By-and-by, one group after another came straggling back to the mouth of the cave, panting, hilarious, smeared from head to foot with tallow drippings, daubed with clay, and entirely delighted with the success of the day. Then they were astonished to find that they had been taking no note of time and that night was about at hand. The clanging bell had been calling for half an hour. However, this sort of close to the day's adventures was romantic and therefore satisfactory. When the ferryboat with her wild freight pushed into the stream, nobody cared sixpence for the wasted time but the captain of the craft.

Huck was already upon his watch when the ferry-boat's lights went glinting past the wharf. He heard no noise on board, for the young people were as subdued and still as people usually are who are nearly tired to death. He wondered what boat it was, and why she did not stop at the wharf -- and then he dropped her out of his mind and put his attention upon his business. The night was growing cloudy and dark. Ten o'clock came, and the noise of vehicles ceased, scattered lights began to wink out, all straggling foot-passengers disappeared, the village betook itself to its slumbers and left the small watcher alone with the silence and the ghosts. Eleven o'clock came, and the tavern lights were put out; darkness everywhere, now. Huck waited what seemed a weary long time, but nothing happened. His faith was weakening. Was there any use? Was there really any use? Why not give it up and turn in?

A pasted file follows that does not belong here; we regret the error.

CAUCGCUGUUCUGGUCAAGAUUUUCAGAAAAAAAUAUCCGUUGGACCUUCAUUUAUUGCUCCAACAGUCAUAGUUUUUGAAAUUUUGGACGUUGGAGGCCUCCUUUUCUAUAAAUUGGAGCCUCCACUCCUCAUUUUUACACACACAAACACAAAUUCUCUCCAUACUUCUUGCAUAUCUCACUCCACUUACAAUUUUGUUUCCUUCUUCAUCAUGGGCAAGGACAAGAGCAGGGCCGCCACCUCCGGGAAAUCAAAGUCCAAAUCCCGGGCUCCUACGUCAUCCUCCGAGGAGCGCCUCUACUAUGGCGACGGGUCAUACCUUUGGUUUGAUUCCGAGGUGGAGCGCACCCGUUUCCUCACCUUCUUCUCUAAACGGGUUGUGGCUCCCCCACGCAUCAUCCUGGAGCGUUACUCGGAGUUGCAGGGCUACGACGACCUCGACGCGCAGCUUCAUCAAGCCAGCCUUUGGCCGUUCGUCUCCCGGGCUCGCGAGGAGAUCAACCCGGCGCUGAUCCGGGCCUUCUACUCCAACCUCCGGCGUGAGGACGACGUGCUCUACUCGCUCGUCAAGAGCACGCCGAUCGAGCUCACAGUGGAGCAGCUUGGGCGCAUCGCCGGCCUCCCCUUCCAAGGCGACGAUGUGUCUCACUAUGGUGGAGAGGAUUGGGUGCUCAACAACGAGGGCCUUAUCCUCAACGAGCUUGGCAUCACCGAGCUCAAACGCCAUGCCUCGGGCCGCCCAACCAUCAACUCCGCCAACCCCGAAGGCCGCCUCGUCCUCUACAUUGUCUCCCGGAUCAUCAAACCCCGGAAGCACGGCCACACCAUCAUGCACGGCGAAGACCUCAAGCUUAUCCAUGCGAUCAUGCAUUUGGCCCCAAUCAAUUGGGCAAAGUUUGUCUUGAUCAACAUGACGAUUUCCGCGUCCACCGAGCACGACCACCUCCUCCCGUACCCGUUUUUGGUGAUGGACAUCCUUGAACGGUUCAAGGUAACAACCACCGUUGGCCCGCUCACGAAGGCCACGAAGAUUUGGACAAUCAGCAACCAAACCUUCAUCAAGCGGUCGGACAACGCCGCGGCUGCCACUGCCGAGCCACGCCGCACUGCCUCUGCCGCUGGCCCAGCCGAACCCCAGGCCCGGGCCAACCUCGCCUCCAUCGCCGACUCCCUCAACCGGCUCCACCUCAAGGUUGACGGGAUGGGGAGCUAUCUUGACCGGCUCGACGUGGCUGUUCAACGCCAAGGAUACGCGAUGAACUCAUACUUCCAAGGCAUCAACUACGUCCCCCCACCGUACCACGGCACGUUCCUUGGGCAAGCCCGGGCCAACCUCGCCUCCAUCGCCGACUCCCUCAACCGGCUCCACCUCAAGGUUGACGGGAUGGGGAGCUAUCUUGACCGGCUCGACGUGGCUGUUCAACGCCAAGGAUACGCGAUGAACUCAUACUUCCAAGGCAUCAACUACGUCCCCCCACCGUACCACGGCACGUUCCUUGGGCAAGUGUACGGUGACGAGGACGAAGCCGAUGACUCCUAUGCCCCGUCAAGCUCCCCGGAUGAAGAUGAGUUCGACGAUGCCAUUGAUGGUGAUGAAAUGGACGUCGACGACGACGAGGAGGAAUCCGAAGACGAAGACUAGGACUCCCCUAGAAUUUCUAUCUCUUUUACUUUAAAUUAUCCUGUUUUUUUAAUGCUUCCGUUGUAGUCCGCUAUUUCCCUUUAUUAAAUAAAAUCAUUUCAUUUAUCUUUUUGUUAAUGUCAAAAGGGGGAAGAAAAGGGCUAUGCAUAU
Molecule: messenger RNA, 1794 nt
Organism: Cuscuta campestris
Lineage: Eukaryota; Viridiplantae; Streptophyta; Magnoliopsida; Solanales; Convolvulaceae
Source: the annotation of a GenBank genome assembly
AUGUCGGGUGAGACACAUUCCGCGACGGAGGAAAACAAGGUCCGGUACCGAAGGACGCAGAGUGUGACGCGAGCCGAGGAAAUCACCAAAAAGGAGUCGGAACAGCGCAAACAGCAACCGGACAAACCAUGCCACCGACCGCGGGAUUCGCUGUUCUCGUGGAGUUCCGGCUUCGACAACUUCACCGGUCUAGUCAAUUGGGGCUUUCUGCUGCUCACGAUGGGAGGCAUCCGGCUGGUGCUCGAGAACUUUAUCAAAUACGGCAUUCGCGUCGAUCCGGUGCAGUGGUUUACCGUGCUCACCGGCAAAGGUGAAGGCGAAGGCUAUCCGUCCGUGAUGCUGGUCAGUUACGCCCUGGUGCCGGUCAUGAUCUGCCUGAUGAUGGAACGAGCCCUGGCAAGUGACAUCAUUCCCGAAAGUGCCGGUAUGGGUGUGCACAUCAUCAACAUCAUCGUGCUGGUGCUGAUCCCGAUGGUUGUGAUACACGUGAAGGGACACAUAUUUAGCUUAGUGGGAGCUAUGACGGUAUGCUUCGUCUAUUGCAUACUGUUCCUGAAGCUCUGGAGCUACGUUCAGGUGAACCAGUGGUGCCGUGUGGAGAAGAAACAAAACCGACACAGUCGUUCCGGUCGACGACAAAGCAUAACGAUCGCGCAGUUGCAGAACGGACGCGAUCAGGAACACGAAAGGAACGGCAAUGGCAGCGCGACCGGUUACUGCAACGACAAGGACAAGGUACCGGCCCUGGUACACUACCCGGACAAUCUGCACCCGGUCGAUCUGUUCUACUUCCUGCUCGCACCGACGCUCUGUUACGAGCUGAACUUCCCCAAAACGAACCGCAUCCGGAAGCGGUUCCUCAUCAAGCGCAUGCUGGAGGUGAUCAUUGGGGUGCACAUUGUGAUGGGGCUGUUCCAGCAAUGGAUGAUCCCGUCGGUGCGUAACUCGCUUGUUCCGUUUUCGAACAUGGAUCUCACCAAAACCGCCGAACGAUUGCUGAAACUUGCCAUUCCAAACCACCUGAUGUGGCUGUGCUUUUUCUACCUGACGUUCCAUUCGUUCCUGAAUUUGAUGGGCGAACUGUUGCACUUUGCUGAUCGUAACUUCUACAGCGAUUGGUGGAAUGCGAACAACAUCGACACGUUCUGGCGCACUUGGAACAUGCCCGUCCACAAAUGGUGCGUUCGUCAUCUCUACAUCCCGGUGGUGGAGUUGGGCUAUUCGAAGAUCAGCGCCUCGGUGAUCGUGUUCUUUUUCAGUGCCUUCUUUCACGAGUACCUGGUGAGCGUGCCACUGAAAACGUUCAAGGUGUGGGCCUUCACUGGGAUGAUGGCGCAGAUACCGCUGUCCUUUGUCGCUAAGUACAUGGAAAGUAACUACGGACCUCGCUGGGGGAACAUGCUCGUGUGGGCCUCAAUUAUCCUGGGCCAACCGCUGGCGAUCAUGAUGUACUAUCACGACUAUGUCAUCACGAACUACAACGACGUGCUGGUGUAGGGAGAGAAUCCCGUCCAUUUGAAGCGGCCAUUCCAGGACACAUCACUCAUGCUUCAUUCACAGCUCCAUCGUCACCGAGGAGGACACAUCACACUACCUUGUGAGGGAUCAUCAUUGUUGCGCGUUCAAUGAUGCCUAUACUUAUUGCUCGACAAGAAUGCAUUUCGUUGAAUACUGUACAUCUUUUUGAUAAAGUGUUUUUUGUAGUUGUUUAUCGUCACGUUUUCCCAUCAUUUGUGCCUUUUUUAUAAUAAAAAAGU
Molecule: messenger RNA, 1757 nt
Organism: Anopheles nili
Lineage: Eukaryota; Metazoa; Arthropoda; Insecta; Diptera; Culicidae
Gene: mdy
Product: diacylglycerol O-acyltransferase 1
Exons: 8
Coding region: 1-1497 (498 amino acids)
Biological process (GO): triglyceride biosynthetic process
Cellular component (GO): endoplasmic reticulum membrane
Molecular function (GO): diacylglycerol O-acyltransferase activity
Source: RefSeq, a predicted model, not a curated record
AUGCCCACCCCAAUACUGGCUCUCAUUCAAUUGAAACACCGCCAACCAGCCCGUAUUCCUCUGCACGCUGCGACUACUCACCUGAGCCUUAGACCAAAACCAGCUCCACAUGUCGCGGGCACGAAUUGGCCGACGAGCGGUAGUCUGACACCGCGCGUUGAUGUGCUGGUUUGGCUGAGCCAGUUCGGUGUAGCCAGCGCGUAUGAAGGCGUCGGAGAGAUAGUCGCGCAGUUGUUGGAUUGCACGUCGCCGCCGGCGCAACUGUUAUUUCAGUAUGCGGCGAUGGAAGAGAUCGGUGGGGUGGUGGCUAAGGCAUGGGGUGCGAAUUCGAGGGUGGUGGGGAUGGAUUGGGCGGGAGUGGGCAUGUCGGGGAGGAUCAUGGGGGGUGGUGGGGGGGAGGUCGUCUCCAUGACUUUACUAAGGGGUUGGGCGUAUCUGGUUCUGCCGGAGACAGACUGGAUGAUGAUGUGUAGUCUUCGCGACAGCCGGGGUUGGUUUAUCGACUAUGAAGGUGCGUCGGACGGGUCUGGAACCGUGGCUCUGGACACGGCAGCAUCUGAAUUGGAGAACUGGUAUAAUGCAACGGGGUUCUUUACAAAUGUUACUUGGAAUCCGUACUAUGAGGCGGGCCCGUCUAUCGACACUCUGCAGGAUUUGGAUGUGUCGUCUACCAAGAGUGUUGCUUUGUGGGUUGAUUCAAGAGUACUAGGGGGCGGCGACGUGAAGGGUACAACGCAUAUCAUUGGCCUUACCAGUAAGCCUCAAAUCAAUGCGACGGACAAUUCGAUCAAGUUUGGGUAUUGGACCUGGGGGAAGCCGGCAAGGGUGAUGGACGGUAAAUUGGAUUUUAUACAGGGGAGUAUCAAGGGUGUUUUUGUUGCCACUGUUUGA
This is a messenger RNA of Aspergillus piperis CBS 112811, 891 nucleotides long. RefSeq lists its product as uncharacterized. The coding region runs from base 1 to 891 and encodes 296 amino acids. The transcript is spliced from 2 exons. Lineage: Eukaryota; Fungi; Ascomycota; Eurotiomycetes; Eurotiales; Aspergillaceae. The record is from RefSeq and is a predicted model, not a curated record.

A noise fell upon his ear. He was all attention in an instant. The alley door closed softly. He sprang to the corner of the brick store. The next moment two men brushed by him, and one seemed to have something under his arm. It must be that box! So they were going to remove the treasure. Why call Tom now? It would be absurd -- the men would get away with the box and never be found again. No, he would stick to their wake and follow them; he would trust to the darkness for security from discovery. So communing with himself, Huck stepped out and glided along behind the men, cat-like, with bare feet, allowing them to keep just far enough ahead not to be invisible.